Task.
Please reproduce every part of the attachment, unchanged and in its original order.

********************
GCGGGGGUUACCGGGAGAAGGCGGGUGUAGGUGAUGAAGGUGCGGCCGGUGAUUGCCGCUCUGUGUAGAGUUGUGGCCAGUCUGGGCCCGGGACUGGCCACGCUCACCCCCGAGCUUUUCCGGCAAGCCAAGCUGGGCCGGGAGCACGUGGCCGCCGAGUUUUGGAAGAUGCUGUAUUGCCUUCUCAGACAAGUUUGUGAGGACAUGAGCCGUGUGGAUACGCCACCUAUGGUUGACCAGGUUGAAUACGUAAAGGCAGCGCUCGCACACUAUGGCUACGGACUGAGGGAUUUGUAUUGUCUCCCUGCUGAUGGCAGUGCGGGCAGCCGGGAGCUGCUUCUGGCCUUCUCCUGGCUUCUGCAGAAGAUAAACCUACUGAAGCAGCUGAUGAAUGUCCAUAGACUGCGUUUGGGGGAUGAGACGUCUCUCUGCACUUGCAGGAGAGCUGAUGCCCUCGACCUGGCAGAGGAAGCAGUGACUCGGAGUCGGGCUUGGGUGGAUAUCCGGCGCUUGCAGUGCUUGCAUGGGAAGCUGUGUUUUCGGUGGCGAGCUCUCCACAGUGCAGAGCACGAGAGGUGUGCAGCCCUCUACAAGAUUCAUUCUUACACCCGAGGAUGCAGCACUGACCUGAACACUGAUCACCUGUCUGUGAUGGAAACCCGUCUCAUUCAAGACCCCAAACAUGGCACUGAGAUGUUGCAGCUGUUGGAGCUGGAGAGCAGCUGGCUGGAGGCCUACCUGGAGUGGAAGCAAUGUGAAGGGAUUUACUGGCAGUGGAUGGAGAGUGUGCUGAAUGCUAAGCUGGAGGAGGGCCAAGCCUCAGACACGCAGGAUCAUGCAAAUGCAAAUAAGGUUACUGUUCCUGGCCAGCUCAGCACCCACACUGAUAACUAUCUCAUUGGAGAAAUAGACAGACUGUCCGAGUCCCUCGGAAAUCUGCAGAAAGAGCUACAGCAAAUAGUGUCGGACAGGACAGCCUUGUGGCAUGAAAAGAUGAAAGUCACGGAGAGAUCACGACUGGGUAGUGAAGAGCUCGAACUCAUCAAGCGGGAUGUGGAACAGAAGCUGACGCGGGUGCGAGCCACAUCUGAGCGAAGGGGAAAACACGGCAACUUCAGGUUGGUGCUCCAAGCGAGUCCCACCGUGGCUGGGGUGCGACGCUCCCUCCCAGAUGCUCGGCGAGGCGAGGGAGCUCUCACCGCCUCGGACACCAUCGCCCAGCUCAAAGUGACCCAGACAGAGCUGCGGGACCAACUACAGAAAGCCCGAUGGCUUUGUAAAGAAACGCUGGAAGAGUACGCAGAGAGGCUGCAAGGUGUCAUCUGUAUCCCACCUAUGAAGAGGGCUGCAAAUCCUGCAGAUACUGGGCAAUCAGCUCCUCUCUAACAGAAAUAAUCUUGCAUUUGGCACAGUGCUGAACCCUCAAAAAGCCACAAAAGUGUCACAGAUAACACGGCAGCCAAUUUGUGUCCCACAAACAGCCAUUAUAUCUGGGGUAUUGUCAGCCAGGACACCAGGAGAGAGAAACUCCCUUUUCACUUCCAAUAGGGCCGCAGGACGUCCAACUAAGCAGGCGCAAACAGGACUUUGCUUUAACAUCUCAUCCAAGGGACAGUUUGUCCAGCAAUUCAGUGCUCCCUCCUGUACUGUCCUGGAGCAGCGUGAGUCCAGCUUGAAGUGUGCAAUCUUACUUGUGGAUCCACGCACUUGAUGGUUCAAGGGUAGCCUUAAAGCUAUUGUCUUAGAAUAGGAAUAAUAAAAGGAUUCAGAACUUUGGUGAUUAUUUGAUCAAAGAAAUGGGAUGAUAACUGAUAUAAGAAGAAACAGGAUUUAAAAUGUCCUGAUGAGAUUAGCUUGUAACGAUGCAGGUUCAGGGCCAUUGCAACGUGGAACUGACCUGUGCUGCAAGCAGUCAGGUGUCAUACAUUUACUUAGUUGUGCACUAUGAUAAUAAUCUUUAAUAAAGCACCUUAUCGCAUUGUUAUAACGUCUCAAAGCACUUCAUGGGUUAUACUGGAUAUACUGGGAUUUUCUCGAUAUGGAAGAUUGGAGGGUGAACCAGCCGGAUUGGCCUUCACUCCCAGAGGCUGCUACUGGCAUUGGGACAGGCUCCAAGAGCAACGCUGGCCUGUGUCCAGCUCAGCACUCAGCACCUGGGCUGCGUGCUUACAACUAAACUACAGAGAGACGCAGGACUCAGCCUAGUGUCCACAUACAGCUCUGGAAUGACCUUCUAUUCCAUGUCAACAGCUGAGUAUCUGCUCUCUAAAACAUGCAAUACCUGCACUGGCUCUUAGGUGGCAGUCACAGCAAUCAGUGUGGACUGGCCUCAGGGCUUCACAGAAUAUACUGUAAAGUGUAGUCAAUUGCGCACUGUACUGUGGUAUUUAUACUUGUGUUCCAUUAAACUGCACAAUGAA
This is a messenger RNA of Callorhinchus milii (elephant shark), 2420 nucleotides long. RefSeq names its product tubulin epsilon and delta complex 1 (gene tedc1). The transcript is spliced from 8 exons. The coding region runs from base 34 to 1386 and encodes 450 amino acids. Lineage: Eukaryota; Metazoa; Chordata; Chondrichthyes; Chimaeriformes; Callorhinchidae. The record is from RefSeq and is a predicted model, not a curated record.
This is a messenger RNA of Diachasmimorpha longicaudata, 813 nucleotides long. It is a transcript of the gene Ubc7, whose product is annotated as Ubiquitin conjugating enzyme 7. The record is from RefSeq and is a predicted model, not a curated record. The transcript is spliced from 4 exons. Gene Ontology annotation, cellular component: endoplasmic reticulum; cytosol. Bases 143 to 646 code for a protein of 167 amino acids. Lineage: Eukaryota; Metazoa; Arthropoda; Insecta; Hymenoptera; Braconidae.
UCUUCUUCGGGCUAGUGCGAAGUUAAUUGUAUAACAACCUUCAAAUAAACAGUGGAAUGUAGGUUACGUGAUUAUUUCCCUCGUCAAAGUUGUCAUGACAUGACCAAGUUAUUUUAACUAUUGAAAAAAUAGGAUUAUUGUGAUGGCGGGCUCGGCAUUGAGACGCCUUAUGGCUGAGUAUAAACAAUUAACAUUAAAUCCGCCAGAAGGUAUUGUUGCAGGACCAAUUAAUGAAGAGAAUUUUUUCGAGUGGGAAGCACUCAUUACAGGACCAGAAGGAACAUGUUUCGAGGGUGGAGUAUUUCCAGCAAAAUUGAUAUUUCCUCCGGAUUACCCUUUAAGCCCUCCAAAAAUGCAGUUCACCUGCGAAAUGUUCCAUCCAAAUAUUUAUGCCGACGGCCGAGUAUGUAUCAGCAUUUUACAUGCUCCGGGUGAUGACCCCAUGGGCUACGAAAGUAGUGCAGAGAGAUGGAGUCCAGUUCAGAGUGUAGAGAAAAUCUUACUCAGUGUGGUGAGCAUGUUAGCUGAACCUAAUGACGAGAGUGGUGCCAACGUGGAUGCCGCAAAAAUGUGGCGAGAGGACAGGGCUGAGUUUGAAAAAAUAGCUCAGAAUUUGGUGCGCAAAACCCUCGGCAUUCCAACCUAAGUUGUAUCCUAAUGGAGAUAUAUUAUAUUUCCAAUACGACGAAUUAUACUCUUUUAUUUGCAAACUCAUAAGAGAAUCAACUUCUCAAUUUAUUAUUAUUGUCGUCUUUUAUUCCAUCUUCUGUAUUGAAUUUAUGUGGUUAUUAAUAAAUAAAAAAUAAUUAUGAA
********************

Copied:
GCGGGGGUUACCGGGAGAAGGCGGGUGUAGGUGAUGAAGGUGCGGCCGGUGAUUGCCGCUCUGUGUAGAGUUGUGGCCAGUCUGGGCCCGGGACUGGCCACGCUCACCCCCGAGCUUUUCCGGCAAGCCAAGCUGGGCCGGGAGCACGUGGCCGCCGAGUUUUGGAAGAUGCUGUAUUGCCUUCUCAGACAAGUUUGUGAGGACAUGAGCCGUGUGGAUACGCCACCUAUGGUUGACCAGGUUGAAUACGUAAAGGCAGCGCUCGCACACUAUGGCUACGGACUGAGGGAUUUGUAUUGUCUCCCUGCUGAUGGCAGUGCGGGCAGCCGGGAGCUGCUUCUGGCCUUCUCCUGGCUUCUGCAGAAGAUAAACCUACUGAAGCAGCUGAUGAAUGUCCAUAGACUGCGUUUGGGGGAUGAGACGUCUCUCUGCACUUGCAGGAGAGCUGAUGCCCUCGACCUGGCAGAGGAAGCAGUGACUCGGAGUCGGGCUUGGGUGGAUAUCCGGCGCUUGCAGUGCUUGCAUGGGAAGCUGUGUUUUCGGUGGCGAGCUCUCCACAGUGCAGAGCACGAGAGGUGUGCAGCCCUCUACAAGAUUCAUUCUUACACCCGAGGAUGCAGCACUGACCUGAACACUGAUCACCUGUCUGUGAUGGAAACCCGUCUCAUUCAAGACCCCAAACAUGGCACUGAGAUGUUGCAGCUGUUGGAGCUGGAGAGCAGCUGGCUGGAGGCCUACCUGGAGUGGAAGCAAUGUGAAGGGAUUUACUGGCAGUGGAUGGAGAGUGUGCUGAAUGCUAAGCUGGAGGAGGGCCAAGCCUCAGACACGCAGGAUCAUGCAAAUGCAAAUAAGGUUACUGUUCCUGGCCAGCUCAGCACCCACACUGAUAACUAUCUCAUUGGAGAAAUAGACAGACUGUCCGAGUCCCUCGGAAAUCUGCAGAAAGAGCUACAGCAAAUAGUGUCGGACAGGACAGCCUUGUGGCAUGAAAAGAUGAAAGUCACGGAGAGAUCACGACUGGGUAGUGAAGAGCUCGAACUCAUCAAGCGGGAUGUGGAACAGAAGCUGACGCGGGUGCGAGCCACAUCUGAGCGAAGGGGAAAACACGGCAACUUCAGGUUGGUGCUCCAAGCGAGUCCCACCGUGGCUGGGGUGCGACGCUCCCUCCCAGAUGCUCGGCGAGGCGAGGGAGCUCUCACCGCCUCGGACACCAUCGCCCAGCUCAAAGUGACCCAGACAGAGCUGCGGGACCAACUACAGAAAGCCCGAUGGCUUUGUAAAGAAACGCUGGAAGAGUACGCAGAGAGGCUGCAAGGUGUCAUCUGUAUCCCACCUAUGAAGAGGGCUGCAAAUCCUGCAGAUACUGGGCAAUCAGCUCCUCUCUAACAGAAAUAAUCUUGCAUUUGGCACAGUGCUGAACCCUCAAAAAGCCACAAAAGUGUCACAGAUAACACGGCAGCCAAUUUGUGUCCCACAAACAGCCAUUAUAUCUGGGGUAUUGUCAGCCAGGACACCAGGAGAGAGAAACUCCCUUUUCACUUCCAAUAGGGCCGCAGGACGUCCAACUAAGCAGGCGCAAACAGGACUUUGCUUUAACAUCUCAUCCAAGGGACAGUUUGUCCAGCAAUUCAGUGCUCCCUCCUGUACUGUCCUGGAGCAGCGUGAGUCCAGCUUGAAGUGUGCAAUCUUACUUGUGGAUCCACGCACUUGAUGGUUCAAGGGUAGCCUUAAAGCUAUUGUCUUAGAAUAGGAAUAAUAAAAGGAUUCAGAACUUUGGUGAUUAUUUGAUCAAAGAAAUGGGAUGAUAACUGAUAUAAGAAGAAACAGGAUUUAAAAUGUCCUGAUGAGAUUAGCUUGUAACGAUGCAGGUUCAGGGCCAUUGCAACGUGGAACUGACCUGUGCUGCAAGCAGUCAGGUGUCAUACAUUUACUUAGUUGUGCACUAUGAUAAUAAUCUUUAAUAAAGCACCUUAUCGCAUUGUUAUAACGUCUCAAAGCACUUCAUGGGUUAUACUGGAUAUACUGGGAUUUUCUCGAUAUGGAAGAUUGGAGGGUGAACCAGCCGGAUUGGCCUUCACUCCCAGAGGCUGCUACUGGCAUUGGGACAGGCUCCAAGAGCAACGCUGGCCUGUGUCCAGCUCAGCACUCAGCACCUGGGCUGCGUGCUUACAACUAAACUACAGAGAGACGCAGGACUCAGCCUAGUGUCCACAUACAGCUCUGGAAUGACCUUCUAUUCCAUGUCAACAGCUGAGUAUCUGCUCUCUAAAACAUGCAAUACCUGCACUGGCUCUUAGGUGGCAGUCACAGCAAUCAGUGUGGACUGGCCUCAGGGCUUCACAGAAUAUACUGUAAAGUGUAGUCAAUUGCGCACUGUACUGUGGUAUUUAUACUUGUGUUCCAUUAAACUGCACAAUGAA
This is a messenger RNA of Callorhinchus milii (elephant shark), 2420 nucleotides long. RefSeq names its product tubulin epsilon and delta complex 1 (gene tedc1). The transcript is spliced from 8 exons. The coding region runs from base 34 to 1386 and encodes 450 amino acids. Lineage: Eukaryota; Metazoa; Chordata; Chondrichthyes; Chimaeriformes; Callorhinchidae. The record is from RefSeq and is a predicted model, not a curated record.
This is a messenger RNA of Diachasmimorpha longicaudata, 813 nucleotides long. It is a transcript of the gene Ubc7, whose product is annotated as Ubiquitin conjugating enzyme 7. The record is from RefSeq and is a predicted model, not a curated record. The transcript is spliced from 4 exons. Gene Ontology annotation, cellular component: endoplasmic reticulum; cytosol. Bases 143 to 646 code for a protein of 167 amino acids. Lineage: Eukaryota; Metazoa; Arthropoda; Insecta; Hymenoptera; Braconidae.
UCUUCUUCGGGCUAGUGCGAAGUUAAUUGUAUAACAACCUUCAAAUAAACAGUGGAAUGUAGGUUACGUGAUUAUUUCCCUCGUCAAAGUUGUCAUGACAUGACCAAGUUAUUUUAACUAUUGAAAAAAUAGGAUUAUUGUGAUGGCGGGCUCGGCAUUGAGACGCCUUAUGGCUGAGUAUAAACAAUUAACAUUAAAUCCGCCAGAAGGUAUUGUUGCAGGACCAAUUAAUGAAGAGAAUUUUUUCGAGUGGGAAGCACUCAUUACAGGACCAGAAGGAACAUGUUUCGAGGGUGGAGUAUUUCCAGCAAAAUUGAUAUUUCCUCCGGAUUACCCUUUAAGCCCUCCAAAAAUGCAGUUCACCUGCGAAAUGUUCCAUCCAAAUAUUUAUGCCGACGGCCGAGUAUGUAUCAGCAUUUUACAUGCUCCGGGUGAUGACCCCAUGGGCUACGAAAGUAGUGCAGAGAGAUGGAGUCCAGUUCAGAGUGUAGAGAAAAUCUUACUCAGUGUGGUGAGCAUGUUAGCUGAACCUAAUGACGAGAGUGGUGCCAACGUGGAUGCCGCAAAAAUGUGGCGAGAGGACAGGGCUGAGUUUGAAAAAAUAGCUCAGAAUUUGGUGCGCAAAACCCUCGGCAUUCCAACCUAAGUUGUAUCCUAAUGGAGAUAUAUUAUAUUUCCAAUACGACGAAUUAUACUCUUUUAUUUGCAAACUCAUAAGAGAAUCAACUUCUCAAUUUAUUAUUAUUGUCGUCUUUUAUUCCAUCUUCUGUAUUGAAUUUAUGUGGUUAUUAAUAAAUAAAAAAUAAUUAUGAA